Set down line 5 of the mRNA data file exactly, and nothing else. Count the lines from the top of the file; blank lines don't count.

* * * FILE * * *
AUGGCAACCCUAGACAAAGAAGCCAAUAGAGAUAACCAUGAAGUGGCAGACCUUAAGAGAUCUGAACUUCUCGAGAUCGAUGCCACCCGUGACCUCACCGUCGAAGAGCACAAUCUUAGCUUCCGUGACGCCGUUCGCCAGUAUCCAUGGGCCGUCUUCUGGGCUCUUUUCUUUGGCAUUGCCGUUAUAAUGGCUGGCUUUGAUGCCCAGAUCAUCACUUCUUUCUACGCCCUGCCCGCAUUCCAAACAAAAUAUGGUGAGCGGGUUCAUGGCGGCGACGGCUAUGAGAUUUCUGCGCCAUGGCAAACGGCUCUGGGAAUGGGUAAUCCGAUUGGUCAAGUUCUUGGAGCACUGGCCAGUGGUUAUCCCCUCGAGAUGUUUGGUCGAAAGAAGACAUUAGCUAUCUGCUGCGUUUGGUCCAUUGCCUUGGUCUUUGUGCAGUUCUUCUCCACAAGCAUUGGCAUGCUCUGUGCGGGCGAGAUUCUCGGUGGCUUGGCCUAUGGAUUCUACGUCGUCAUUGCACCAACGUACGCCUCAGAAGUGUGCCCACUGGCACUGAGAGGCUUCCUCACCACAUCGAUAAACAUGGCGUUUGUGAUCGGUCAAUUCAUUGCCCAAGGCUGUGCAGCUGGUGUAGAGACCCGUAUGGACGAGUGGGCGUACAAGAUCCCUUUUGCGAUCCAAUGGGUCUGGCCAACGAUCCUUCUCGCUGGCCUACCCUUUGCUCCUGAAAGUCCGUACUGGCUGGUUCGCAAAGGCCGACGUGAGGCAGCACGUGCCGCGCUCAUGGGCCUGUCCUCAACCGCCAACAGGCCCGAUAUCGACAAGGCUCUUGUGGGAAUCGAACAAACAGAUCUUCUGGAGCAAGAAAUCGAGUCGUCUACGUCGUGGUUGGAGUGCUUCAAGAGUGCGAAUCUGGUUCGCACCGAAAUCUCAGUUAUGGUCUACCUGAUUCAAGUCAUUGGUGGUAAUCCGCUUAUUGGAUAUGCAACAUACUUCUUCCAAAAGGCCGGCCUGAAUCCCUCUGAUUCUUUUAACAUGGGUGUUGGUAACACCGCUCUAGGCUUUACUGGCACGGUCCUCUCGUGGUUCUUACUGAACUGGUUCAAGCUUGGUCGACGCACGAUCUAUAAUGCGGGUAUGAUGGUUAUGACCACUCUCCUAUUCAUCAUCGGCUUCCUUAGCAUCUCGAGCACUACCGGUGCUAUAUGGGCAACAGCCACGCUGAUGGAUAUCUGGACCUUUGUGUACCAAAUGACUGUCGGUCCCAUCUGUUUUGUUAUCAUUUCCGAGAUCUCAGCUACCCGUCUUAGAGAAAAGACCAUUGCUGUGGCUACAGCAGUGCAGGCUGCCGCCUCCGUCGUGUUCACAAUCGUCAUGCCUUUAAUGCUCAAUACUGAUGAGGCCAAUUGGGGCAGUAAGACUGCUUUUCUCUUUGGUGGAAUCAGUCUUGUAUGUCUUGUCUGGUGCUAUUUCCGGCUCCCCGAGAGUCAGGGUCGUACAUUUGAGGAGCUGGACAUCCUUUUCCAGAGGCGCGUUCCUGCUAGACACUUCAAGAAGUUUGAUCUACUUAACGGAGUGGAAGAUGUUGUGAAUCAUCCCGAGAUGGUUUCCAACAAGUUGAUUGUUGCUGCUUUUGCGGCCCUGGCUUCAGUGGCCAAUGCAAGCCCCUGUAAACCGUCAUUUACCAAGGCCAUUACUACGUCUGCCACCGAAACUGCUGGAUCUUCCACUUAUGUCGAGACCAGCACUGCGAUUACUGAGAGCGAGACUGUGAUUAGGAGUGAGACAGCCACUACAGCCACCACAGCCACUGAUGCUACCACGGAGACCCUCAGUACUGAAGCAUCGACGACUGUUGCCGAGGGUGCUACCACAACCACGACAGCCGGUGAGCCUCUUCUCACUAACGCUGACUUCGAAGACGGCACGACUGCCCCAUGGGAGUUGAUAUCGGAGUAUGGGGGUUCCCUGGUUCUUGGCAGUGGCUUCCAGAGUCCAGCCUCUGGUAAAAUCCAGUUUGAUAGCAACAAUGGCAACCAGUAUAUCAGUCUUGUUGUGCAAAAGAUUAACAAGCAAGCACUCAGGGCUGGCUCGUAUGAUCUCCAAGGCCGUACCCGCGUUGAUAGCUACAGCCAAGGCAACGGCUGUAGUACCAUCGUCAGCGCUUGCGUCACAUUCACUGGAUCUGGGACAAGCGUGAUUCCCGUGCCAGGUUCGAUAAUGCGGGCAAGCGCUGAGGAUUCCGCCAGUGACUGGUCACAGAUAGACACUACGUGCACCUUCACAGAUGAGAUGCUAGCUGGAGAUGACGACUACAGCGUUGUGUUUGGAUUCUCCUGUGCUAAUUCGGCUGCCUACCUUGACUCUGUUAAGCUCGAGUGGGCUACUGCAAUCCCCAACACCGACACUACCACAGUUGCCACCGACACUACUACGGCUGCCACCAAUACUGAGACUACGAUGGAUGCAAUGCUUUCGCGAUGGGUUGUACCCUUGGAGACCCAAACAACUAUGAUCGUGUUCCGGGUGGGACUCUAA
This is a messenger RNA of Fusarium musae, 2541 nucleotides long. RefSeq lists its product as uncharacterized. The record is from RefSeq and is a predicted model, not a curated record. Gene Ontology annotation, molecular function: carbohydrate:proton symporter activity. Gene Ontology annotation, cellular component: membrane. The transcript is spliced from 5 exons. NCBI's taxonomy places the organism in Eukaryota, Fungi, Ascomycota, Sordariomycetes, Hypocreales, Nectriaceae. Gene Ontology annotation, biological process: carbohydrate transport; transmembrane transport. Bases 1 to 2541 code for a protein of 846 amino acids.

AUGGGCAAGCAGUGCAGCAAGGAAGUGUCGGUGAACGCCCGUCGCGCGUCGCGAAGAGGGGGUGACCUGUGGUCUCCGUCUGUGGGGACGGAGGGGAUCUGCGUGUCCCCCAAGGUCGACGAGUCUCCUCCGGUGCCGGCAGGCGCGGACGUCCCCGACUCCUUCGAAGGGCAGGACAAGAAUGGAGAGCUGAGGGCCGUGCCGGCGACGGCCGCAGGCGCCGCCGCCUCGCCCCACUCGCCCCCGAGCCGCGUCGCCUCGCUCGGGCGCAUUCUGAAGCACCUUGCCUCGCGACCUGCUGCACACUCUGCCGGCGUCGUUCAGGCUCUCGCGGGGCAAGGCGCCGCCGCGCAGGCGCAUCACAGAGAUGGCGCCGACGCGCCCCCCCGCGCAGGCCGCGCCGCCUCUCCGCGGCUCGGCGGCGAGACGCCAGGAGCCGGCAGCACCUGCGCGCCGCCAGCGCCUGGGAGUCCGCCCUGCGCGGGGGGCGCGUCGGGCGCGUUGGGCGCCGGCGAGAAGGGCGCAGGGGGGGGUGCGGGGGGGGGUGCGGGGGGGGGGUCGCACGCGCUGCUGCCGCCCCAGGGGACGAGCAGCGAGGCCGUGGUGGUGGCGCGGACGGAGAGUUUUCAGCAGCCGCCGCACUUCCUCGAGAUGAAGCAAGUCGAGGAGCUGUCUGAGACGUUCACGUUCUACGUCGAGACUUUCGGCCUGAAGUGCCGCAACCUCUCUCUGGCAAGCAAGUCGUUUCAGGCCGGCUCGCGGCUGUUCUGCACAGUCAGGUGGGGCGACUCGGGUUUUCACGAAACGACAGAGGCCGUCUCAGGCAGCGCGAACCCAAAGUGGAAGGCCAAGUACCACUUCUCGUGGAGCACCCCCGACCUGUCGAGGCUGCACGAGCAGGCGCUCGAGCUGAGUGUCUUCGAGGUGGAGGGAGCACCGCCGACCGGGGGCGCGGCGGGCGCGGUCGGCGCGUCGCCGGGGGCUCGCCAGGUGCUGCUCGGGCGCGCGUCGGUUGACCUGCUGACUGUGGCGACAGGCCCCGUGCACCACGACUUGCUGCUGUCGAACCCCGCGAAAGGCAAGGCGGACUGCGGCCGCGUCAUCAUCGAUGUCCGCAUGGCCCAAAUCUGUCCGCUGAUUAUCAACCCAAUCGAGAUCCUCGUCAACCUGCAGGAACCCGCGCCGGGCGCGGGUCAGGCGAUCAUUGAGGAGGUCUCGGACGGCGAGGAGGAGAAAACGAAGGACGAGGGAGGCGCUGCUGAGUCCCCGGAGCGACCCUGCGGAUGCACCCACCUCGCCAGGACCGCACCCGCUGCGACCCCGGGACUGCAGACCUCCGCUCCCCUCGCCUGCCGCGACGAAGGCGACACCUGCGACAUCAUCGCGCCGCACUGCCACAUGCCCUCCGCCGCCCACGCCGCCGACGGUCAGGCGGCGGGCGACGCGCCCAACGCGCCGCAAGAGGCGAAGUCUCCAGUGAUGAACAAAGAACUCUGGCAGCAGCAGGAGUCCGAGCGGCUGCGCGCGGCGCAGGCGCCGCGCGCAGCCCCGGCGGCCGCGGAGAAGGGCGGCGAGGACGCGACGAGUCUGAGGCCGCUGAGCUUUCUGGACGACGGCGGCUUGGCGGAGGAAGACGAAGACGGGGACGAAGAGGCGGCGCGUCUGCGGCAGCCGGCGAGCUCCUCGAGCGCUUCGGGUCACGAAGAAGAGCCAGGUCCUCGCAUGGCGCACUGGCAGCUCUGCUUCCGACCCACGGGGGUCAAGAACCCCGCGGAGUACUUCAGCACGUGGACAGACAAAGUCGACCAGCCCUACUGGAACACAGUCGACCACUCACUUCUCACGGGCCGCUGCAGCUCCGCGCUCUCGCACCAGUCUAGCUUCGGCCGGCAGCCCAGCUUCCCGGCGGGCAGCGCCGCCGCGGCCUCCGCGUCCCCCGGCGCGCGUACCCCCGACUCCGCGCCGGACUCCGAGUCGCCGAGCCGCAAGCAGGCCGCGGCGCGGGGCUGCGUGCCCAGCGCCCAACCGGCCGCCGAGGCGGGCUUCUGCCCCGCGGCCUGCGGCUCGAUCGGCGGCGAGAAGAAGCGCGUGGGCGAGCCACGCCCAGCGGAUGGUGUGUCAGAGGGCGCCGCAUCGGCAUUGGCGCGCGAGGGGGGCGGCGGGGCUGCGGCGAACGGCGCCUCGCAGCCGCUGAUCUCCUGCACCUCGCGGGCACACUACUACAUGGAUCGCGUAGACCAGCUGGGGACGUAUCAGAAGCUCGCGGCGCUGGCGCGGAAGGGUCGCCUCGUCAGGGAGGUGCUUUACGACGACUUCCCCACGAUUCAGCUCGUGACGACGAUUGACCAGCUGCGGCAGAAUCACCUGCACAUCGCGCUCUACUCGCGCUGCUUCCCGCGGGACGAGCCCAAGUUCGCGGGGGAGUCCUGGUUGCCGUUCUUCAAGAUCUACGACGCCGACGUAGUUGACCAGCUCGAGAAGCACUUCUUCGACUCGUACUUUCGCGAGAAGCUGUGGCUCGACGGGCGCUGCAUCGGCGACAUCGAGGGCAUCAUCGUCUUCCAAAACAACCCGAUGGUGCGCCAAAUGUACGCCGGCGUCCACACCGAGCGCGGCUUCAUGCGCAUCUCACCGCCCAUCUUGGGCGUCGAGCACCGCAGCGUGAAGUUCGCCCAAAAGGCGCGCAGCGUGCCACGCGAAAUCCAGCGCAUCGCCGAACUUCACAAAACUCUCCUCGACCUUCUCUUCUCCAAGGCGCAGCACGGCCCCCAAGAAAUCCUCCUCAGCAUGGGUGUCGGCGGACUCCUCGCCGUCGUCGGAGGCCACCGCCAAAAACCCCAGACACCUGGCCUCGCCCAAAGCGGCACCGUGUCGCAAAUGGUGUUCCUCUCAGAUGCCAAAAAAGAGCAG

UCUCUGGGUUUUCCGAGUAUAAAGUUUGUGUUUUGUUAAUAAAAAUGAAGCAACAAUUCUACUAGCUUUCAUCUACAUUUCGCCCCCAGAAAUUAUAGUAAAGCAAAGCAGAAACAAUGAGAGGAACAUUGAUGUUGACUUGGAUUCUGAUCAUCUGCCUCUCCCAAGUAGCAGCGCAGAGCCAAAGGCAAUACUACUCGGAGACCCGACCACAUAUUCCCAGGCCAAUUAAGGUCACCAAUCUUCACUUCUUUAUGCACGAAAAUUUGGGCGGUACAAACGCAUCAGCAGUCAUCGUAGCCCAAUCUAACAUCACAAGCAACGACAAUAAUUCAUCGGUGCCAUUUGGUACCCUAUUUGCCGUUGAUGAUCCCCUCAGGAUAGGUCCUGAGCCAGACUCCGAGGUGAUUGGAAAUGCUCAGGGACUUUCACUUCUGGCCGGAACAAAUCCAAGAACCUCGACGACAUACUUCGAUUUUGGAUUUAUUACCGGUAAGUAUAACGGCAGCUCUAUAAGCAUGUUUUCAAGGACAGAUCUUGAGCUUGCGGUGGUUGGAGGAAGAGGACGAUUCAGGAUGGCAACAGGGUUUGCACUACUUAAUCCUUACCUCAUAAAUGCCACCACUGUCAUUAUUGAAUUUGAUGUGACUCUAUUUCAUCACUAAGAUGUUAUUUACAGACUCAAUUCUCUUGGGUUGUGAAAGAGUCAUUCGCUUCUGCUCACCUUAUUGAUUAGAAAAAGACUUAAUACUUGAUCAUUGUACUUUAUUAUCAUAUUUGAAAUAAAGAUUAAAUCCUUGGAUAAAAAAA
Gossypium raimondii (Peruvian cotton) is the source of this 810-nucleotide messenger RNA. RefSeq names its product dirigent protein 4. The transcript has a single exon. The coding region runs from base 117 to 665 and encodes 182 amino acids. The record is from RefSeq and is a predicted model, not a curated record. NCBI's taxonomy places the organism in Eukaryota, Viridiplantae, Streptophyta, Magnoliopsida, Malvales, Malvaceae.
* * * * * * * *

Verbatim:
Gossypium raimondii (Peruvian cotton) is the source of this 810-nucleotide messenger RNA. RefSeq names its product dirigent protein 4. The transcript has a single exon. The coding region runs from base 117 to 665 and encodes 182 amino acids. The record is from RefSeq and is a predicted model, not a curated record. NCBI's taxonomy places the organism in Eukaryota, Viridiplantae, Streptophyta, Magnoliopsida, Malvales, Malvaceae.